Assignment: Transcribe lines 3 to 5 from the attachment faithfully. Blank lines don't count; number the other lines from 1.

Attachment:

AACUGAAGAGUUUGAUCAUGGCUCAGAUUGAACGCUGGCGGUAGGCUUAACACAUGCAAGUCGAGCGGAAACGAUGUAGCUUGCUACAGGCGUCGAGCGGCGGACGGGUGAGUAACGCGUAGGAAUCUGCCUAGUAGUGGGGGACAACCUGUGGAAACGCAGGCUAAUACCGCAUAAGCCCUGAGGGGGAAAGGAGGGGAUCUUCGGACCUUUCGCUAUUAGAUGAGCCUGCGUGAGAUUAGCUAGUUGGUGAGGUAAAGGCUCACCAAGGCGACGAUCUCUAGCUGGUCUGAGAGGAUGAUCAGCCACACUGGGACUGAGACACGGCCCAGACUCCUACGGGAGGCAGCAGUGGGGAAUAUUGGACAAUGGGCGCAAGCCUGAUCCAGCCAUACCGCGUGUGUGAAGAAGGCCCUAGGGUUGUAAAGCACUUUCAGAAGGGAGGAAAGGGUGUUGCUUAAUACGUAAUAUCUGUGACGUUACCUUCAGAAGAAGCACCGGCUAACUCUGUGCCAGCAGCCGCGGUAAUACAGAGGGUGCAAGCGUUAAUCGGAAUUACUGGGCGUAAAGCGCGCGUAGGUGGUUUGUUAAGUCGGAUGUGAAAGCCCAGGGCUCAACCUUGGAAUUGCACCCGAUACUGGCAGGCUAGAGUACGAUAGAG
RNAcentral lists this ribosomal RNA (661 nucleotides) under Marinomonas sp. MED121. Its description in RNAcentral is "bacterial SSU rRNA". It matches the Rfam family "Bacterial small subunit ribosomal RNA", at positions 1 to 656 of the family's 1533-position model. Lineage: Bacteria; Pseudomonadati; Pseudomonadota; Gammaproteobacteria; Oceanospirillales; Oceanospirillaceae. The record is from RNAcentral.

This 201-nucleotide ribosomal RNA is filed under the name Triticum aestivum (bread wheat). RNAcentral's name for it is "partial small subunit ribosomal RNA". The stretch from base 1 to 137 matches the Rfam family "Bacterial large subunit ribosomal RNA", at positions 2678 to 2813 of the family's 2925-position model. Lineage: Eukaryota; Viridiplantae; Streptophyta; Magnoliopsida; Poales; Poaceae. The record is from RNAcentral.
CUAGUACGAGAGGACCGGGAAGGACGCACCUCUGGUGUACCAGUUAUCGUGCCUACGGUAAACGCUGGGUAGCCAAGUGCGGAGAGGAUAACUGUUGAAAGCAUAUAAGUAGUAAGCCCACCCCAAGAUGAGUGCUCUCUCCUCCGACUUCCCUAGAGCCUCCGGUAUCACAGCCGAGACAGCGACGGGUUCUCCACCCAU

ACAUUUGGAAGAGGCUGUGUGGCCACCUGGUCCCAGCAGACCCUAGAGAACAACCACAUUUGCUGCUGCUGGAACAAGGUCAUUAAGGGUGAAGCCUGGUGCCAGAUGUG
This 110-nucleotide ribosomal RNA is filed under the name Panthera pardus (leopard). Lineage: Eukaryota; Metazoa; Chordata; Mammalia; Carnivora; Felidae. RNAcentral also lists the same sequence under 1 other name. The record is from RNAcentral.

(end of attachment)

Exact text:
This 201-nucleotide ribosomal RNA is filed under the name Triticum aestivum (bread wheat). RNAcentral's name for it is "partial small subunit ribosomal RNA". The stretch from base 1 to 137 matches the Rfam family "Bacterial large subunit ribosomal RNA", at positions 2678 to 2813 of the family's 2925-position model. Lineage: Eukaryota; Viridiplantae; Streptophyta; Magnoliopsida; Poales; Poaceae. The record is from RNAcentral.
CUAGUACGAGAGGACCGGGAAGGACGCACCUCUGGUGUACCAGUUAUCGUGCCUACGGUAAACGCUGGGUAGCCAAGUGCGGAGAGGAUAACUGUUGAAAGCAUAUAAGUAGUAAGCCCACCCCAAGAUGAGUGCUCUCUCCUCCGACUUCCCUAGAGCCUCCGGUAUCACAGCCGAGACAGCGACGGGUUCUCCACCCAU

ACAUUUGGAAGAGGCUGUGUGGCCACCUGGUCCCAGCAGACCCUAGAGAACAACCACAUUUGCUGCUGCUGGAACAAGGUCAUUAAGGGUGAAGCCUGGUGCCAGAUGUG